Selling out our future

A $70 billion exercise in fiscal cynicism is about to hit President Bush’s
desk that he will happily sign as one of the signal achievements of his
presidency. Whoever is in the White House and Congress in 2010 to pick up the
pieces and pay the bills may not think so.

This bill extends the president’s 2003 tax cuts – principally a 15 percent
maximum tax on capital gains and dividend income – and it passed along party
lines under rules that allowed it to clear Congress by a simple majority.

Another bill with up to $30 billion in tax cuts – for teachers and students
and for state and local sales taxes – is coming along next. And although it will
be considered under stiffer rules, this measure has Democratic support.

The Republican bill is very heavily weighted toward upper-income taxpayers.
The Tax Policy Center estimates that the average tax savings for someone earning
$50,000 to $75,000 at $112 and for a person earning over $1 million at $42,766.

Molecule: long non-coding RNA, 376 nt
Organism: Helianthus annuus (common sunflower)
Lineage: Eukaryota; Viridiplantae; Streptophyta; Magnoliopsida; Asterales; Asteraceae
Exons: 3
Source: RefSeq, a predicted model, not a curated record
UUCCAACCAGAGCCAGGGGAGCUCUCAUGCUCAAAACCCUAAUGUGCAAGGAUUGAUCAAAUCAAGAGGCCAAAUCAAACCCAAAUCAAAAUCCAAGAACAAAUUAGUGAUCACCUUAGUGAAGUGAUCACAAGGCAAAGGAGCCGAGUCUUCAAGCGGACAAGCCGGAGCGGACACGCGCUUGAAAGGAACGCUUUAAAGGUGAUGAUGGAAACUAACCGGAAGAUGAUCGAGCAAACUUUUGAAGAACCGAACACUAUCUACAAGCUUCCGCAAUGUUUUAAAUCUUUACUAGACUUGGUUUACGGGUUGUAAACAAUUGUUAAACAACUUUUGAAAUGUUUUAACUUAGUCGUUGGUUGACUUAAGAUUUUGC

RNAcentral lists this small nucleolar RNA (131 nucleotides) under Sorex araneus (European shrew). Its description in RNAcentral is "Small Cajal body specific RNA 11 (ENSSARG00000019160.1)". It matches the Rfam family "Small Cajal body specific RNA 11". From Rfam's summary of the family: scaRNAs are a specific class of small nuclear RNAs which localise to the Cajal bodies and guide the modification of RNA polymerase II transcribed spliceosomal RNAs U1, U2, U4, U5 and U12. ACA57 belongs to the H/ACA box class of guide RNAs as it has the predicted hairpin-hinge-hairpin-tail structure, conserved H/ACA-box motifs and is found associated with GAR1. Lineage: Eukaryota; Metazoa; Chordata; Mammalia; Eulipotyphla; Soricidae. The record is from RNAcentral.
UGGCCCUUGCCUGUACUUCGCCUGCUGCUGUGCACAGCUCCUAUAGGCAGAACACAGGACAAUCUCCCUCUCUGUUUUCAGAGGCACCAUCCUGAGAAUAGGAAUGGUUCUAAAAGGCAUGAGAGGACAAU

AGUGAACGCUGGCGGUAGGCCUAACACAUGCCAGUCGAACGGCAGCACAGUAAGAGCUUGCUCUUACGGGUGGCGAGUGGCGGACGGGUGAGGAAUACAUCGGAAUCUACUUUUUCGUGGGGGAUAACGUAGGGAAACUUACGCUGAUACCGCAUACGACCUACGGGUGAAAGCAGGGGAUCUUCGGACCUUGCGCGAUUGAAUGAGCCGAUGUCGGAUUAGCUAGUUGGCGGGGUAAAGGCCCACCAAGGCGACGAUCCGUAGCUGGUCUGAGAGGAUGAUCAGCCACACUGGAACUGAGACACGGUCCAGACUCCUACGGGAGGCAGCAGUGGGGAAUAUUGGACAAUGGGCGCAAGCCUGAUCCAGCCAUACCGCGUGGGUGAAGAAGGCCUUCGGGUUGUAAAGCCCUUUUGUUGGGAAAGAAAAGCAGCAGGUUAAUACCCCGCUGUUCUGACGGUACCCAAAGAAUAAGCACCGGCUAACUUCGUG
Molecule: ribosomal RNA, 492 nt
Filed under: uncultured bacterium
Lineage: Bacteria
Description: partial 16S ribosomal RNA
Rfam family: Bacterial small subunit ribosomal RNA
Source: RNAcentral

The average tax cut is $453, hardly enough to result in the robust economic
growth that bill supporters predict.

The problem of seeming “fairness” in tax cuts is that the benefits of
necessity go to those who pay the most. But the biggest problem with tax cuts so
far is not their fairness but their affordability. Like previous tax-cuts
packages, this one is gimmicked up to seem like it will be a lot more affordable
than it is.

Most of the cuts are set to expire in kind of a big bang on New Year’s Eve
2010. And the economic assumption is that they will expire, making it appear
that revenues will shoot up sharply in 2011. It is hard to imagine a president
and Congress, facing mid-term elections, allowing that to happen even though we
will still be awash in red ink.

The exception is the egregious Alternative Minimum Tax, which, unless capped,
would each year sock an ever-increasing number of taxpayers with significantly
higher taxes. Any true tax-cut program would abolish the AMT, but Congress likes
to appear it is doing the taxpayers a favor each year and, indeed, the cap has
been extended for only one year.

Taxes will have been cut by $2 trillion during the Bush presidency, while
federal spending has already increased by a third. Since 2001, the gross
national debt has increased $3 trillion. The question is: Can we afford this?
And the answer is: No.

The year 2010 could be a very interesting year in a fiscally morbid sort of

(Contact Dale McFeatters at McFeattersD(at)